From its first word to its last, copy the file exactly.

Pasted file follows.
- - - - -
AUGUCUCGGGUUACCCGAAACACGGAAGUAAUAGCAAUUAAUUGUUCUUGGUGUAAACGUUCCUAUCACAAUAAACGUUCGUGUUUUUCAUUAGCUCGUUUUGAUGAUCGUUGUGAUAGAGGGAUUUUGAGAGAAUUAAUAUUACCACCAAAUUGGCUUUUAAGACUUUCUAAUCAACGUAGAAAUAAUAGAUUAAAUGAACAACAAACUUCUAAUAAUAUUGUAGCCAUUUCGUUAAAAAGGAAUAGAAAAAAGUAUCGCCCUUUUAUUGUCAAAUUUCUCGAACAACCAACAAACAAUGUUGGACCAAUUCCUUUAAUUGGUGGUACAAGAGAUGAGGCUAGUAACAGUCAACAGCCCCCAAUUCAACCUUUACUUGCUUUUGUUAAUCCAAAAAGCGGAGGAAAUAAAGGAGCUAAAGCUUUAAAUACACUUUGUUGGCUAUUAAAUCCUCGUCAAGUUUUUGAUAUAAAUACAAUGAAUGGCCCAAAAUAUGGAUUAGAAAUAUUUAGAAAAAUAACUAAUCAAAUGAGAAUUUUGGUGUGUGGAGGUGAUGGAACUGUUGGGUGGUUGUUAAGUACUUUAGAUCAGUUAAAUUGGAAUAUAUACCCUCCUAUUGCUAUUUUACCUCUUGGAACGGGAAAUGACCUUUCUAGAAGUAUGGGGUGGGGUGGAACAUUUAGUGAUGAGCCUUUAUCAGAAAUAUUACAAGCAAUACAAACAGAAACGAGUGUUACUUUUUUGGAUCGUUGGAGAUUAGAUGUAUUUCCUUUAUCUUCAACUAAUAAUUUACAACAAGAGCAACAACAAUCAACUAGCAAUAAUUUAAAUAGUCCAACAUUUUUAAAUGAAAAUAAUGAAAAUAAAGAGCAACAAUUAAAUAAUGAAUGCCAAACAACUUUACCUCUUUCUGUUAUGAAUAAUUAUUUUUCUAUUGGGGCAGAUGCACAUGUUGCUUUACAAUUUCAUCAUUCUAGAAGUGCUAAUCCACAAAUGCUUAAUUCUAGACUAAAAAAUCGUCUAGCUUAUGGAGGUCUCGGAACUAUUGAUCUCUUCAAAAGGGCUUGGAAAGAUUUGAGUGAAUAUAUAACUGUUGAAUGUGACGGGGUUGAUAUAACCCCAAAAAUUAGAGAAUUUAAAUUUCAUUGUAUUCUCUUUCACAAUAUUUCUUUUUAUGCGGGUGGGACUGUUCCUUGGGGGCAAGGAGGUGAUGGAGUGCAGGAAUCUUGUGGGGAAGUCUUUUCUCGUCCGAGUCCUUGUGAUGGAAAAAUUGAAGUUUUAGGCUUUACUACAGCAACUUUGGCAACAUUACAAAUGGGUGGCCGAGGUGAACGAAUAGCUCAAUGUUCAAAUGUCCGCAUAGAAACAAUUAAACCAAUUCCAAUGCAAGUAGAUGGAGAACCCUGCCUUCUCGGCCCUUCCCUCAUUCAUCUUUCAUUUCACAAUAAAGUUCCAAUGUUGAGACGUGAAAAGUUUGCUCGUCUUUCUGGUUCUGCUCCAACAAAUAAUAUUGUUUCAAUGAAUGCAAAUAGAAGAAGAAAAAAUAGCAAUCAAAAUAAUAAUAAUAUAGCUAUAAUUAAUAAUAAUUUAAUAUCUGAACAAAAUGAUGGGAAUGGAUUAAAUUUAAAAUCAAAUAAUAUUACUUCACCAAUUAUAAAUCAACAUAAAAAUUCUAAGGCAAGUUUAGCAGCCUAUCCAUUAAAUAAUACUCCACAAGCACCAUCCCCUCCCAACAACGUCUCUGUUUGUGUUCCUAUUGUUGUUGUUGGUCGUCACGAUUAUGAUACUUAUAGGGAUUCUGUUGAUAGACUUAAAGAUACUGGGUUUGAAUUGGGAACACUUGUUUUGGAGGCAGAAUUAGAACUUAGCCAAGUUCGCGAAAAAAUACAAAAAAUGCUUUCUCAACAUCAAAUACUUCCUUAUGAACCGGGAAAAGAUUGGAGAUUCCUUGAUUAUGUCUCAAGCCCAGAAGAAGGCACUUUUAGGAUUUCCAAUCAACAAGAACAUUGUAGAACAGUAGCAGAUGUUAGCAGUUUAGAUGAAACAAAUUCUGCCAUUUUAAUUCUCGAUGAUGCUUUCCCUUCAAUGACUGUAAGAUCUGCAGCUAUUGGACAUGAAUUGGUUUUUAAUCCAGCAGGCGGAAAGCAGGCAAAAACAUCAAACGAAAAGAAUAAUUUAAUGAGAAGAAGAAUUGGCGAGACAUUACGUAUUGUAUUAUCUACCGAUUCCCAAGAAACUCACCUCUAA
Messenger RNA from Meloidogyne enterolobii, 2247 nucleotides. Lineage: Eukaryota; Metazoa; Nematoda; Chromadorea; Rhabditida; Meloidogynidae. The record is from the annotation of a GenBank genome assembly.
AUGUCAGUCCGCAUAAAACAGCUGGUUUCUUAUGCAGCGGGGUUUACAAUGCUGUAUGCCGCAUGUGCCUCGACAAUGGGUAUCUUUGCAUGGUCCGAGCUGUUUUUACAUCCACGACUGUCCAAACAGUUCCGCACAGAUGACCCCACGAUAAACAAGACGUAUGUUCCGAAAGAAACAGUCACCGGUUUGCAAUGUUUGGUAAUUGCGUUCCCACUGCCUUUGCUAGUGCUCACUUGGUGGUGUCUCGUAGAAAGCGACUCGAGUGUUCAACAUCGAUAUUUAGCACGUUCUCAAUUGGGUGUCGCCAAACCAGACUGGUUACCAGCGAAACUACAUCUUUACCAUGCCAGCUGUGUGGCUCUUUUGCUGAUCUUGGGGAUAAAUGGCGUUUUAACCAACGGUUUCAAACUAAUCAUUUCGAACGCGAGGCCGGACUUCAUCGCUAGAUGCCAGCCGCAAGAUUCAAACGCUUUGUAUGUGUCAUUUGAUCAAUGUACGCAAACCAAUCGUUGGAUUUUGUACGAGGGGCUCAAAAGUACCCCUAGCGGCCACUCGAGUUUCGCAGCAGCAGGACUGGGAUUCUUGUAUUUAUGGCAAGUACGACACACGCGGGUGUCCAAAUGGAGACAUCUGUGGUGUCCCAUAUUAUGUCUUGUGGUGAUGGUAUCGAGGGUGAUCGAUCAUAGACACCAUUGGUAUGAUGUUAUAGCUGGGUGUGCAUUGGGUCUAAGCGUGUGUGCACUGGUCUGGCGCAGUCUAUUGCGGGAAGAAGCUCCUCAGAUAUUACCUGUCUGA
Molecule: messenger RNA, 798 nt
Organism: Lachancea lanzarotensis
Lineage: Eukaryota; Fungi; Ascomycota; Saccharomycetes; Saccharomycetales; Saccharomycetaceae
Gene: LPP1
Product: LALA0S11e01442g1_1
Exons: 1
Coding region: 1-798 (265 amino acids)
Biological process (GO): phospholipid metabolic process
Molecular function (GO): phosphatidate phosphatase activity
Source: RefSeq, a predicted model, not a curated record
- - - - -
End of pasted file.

AUGUCUCGGGUUACCCGAAACACGGAAGUAAUAGCAAUUAAUUGUUCUUGGUGUAAACGUUCCUAUCACAAUAAACGUUCGUGUUUUUCAUUAGCUCGUUUUGAUGAUCGUUGUGAUAGAGGGAUUUUGAGAGAAUUAAUAUUACCACCAAAUUGGCUUUUAAGACUUUCUAAUCAACGUAGAAAUAAUAGAUUAAAUGAACAACAAACUUCUAAUAAUAUUGUAGCCAUUUCGUUAAAAAGGAAUAGAAAAAAGUAUCGCCCUUUUAUUGUCAAAUUUCUCGAACAACCAACAAACAAUGUUGGACCAAUUCCUUUAAUUGGUGGUACAAGAGAUGAGGCUAGUAACAGUCAACAGCCCCCAAUUCAACCUUUACUUGCUUUUGUUAAUCCAAAAAGCGGAGGAAAUAAAGGAGCUAAAGCUUUAAAUACACUUUGUUGGCUAUUAAAUCCUCGUCAAGUUUUUGAUAUAAAUACAAUGAAUGGCCCAAAAUAUGGAUUAGAAAUAUUUAGAAAAAUAACUAAUCAAAUGAGAAUUUUGGUGUGUGGAGGUGAUGGAACUGUUGGGUGGUUGUUAAGUACUUUAGAUCAGUUAAAUUGGAAUAUAUACCCUCCUAUUGCUAUUUUACCUCUUGGAACGGGAAAUGACCUUUCUAGAAGUAUGGGGUGGGGUGGAACAUUUAGUGAUGAGCCUUUAUCAGAAAUAUUACAAGCAAUACAAACAGAAACGAGUGUUACUUUUUUGGAUCGUUGGAGAUUAGAUGUAUUUCCUUUAUCUUCAACUAAUAAUUUACAACAAGAGCAACAACAAUCAACUAGCAAUAAUUUAAAUAGUCCAACAUUUUUAAAUGAAAAUAAUGAAAAUAAAGAGCAACAAUUAAAUAAUGAAUGCCAAACAACUUUACCUCUUUCUGUUAUGAAUAAUUAUUUUUCUAUUGGGGCAGAUGCACAUGUUGCUUUACAAUUUCAUCAUUCUAGAAGUGCUAAUCCACAAAUGCUUAAUUCUAGACUAAAAAAUCGUCUAGCUUAUGGAGGUCUCGGAACUAUUGAUCUCUUCAAAAGGGCUUGGAAAGAUUUGAGUGAAUAUAUAACUGUUGAAUGUGACGGGGUUGAUAUAACCCCAAAAAUUAGAGAAUUUAAAUUUCAUUGUAUUCUCUUUCACAAUAUUUCUUUUUAUGCGGGUGGGACUGUUCCUUGGGGGCAAGGAGGUGAUGGAGUGCAGGAAUCUUGUGGGGAAGUCUUUUCUCGUCCGAGUCCUUGUGAUGGAAAAAUUGAAGUUUUAGGCUUUACUACAGCAACUUUGGCAACAUUACAAAUGGGUGGCCGAGGUGAACGAAUAGCUCAAUGUUCAAAUGUCCGCAUAGAAACAAUUAAACCAAUUCCAAUGCAAGUAGAUGGAGAACCCUGCCUUCUCGGCCCUUCCCUCAUUCAUCUUUCAUUUCACAAUAAAGUUCCAAUGUUGAGACGUGAAAAGUUUGCUCGUCUUUCUGGUUCUGCUCCAACAAAUAAUAUUGUUUCAAUGAAUGCAAAUAGAAGAAGAAAAAAUAGCAAUCAAAAUAAUAAUAAUAUAGCUAUAAUUAAUAAUAAUUUAAUAUCUGAACAAAAUGAUGGGAAUGGAUUAAAUUUAAAAUCAAAUAAUAUUACUUCACCAAUUAUAAAUCAACAUAAAAAUUCUAAGGCAAGUUUAGCAGCCUAUCCAUUAAAUAAUACUCCACAAGCACCAUCCCCUCCCAACAACGUCUCUGUUUGUGUUCCUAUUGUUGUUGUUGGUCGUCACGAUUAUGAUACUUAUAGGGAUUCUGUUGAUAGACUUAAAGAUACUGGGUUUGAAUUGGGAACACUUGUUUUGGAGGCAGAAUUAGAACUUAGCCAAGUUCGCGAAAAAAUACAAAAAAUGCUUUCUCAACAUCAAAUACUUCCUUAUGAACCGGGAAAAGAUUGGAGAUUCCUUGAUUAUGUCUCAAGCCCAGAAGAAGGCACUUUUAGGAUUUCCAAUCAACAAGAACAUUGUAGAACAGUAGCAGAUGUUAGCAGUUUAGAUGAAACAAAUUCUGCCAUUUUAAUUCUCGAUGAUGCUUUCCCUUCAAUGACUGUAAGAUCUGCAGCUAUUGGACAUGAAUUGGUUUUUAAUCCAGCAGGCGGAAAGCAGGCAAAAACAUCAAACGAAAAGAAUAAUUUAAUGAGAAGAAGAAUUGGCGAGACAUUACGUAUUGUAUUAUCUACCGAUUCCCAAGAAACUCACCUCUAA
Messenger RNA from Meloidogyne enterolobii, 2247 nucleotides. Lineage: Eukaryota; Metazoa; Nematoda; Chromadorea; Rhabditida; Meloidogynidae. The record is from the annotation of a GenBank genome assembly.
AUGUCAGUCCGCAUAAAACAGCUGGUUUCUUAUGCAGCGGGGUUUACAAUGCUGUAUGCCGCAUGUGCCUCGACAAUGGGUAUCUUUGCAUGGUCCGAGCUGUUUUUACAUCCACGACUGUCCAAACAGUUCCGCACAGAUGACCCCACGAUAAACAAGACGUAUGUUCCGAAAGAAACAGUCACCGGUUUGCAAUGUUUGGUAAUUGCGUUCCCACUGCCUUUGCUAGUGCUCACUUGGUGGUGUCUCGUAGAAAGCGACUCGAGUGUUCAACAUCGAUAUUUAGCACGUUCUCAAUUGGGUGUCGCCAAACCAGACUGGUUACCAGCGAAACUACAUCUUUACCAUGCCAGCUGUGUGGCUCUUUUGCUGAUCUUGGGGAUAAAUGGCGUUUUAACCAACGGUUUCAAACUAAUCAUUUCGAACGCGAGGCCGGACUUCAUCGCUAGAUGCCAGCCGCAAGAUUCAAACGCUUUGUAUGUGUCAUUUGAUCAAUGUACGCAAACCAAUCGUUGGAUUUUGUACGAGGGGCUCAAAAGUACCCCUAGCGGCCACUCGAGUUUCGCAGCAGCAGGACUGGGAUUCUUGUAUUUAUGGCAAGUACGACACACGCGGGUGUCCAAAUGGAGACAUCUGUGGUGUCCCAUAUUAUGUCUUGUGGUGAUGGUAUCGAGGGUGAUCGAUCAUAGACACCAUUGGUAUGAUGUUAUAGCUGGGUGUGCAUUGGGUCUAAGCGUGUGUGCACUGGUCUGGCGCAGUCUAUUGCGGGAAGAAGCUCCUCAGAUAUUACCUGUCUGA
Molecule: messenger RNA, 798 nt
Organism: Lachancea lanzarotensis
Lineage: Eukaryota; Fungi; Ascomycota; Saccharomycetes; Saccharomycetales; Saccharomycetaceae
Gene: LPP1
Product: LALA0S11e01442g1_1
Exons: 1
Coding region: 1-798 (265 amino acids)
Biological process (GO): phospholipid metabolic process
Molecular function (GO): phosphatidate phosphatase activity
Source: RefSeq, a predicted model, not a curated record